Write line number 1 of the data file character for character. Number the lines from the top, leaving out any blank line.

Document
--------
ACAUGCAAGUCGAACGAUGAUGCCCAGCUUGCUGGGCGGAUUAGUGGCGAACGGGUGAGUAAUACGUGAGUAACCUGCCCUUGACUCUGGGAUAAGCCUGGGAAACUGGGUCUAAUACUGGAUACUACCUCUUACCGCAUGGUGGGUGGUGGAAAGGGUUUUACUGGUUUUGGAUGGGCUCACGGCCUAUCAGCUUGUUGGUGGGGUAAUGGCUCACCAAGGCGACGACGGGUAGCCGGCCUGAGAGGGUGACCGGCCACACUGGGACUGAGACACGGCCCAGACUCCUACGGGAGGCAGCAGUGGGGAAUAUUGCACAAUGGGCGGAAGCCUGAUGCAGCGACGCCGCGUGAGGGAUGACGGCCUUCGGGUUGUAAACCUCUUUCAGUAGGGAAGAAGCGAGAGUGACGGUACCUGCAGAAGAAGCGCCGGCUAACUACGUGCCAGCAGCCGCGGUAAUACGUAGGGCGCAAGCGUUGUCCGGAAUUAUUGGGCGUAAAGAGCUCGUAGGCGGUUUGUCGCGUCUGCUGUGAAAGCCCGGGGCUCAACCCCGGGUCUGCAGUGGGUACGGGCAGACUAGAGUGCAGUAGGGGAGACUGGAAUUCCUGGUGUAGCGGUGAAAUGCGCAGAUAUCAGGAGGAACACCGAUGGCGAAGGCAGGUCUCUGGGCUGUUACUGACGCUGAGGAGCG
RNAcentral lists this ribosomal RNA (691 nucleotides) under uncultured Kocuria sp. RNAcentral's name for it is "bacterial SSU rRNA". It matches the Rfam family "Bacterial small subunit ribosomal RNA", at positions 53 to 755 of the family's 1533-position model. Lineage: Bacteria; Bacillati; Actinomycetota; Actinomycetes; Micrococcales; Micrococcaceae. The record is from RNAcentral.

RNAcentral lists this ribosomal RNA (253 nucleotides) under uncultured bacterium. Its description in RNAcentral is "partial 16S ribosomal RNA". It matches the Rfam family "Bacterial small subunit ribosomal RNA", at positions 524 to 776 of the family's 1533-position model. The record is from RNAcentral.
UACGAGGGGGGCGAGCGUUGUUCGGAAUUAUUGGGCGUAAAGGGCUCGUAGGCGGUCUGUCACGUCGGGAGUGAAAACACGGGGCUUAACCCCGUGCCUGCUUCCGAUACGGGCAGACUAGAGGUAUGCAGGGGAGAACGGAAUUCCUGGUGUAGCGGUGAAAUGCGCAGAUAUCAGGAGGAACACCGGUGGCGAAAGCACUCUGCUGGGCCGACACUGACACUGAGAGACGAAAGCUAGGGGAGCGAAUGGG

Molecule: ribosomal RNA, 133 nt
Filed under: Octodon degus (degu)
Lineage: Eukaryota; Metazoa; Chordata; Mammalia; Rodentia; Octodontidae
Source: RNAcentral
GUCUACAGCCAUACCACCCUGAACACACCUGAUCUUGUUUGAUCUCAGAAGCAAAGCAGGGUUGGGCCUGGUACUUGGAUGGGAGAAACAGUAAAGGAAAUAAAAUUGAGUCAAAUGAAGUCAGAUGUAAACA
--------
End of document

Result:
ACAUGCAAGUCGAACGAUGAUGCCCAGCUUGCUGGGCGGAUUAGUGGCGAACGGGUGAGUAAUACGUGAGUAACCUGCCCUUGACUCUGGGAUAAGCCUGGGAAACUGGGUCUAAUACUGGAUACUACCUCUUACCGCAUGGUGGGUGGUGGAAAGGGUUUUACUGGUUUUGGAUGGGCUCACGGCCUAUCAGCUUGUUGGUGGGGUAAUGGCUCACCAAGGCGACGACGGGUAGCCGGCCUGAGAGGGUGACCGGCCACACUGGGACUGAGACACGGCCCAGACUCCUACGGGAGGCAGCAGUGGGGAAUAUUGCACAAUGGGCGGAAGCCUGAUGCAGCGACGCCGCGUGAGGGAUGACGGCCUUCGGGUUGUAAACCUCUUUCAGUAGGGAAGAAGCGAGAGUGACGGUACCUGCAGAAGAAGCGCCGGCUAACUACGUGCCAGCAGCCGCGGUAAUACGUAGGGCGCAAGCGUUGUCCGGAAUUAUUGGGCGUAAAGAGCUCGUAGGCGGUUUGUCGCGUCUGCUGUGAAAGCCCGGGGCUCAACCCCGGGUCUGCAGUGGGUACGGGCAGACUAGAGUGCAGUAGGGGAGACUGGAAUUCCUGGUGUAGCGGUGAAAUGCGCAGAUAUCAGGAGGAACACCGAUGGCGAAGGCAGGUCUCUGGGCUGUUACUGACGCUGAGGAGCG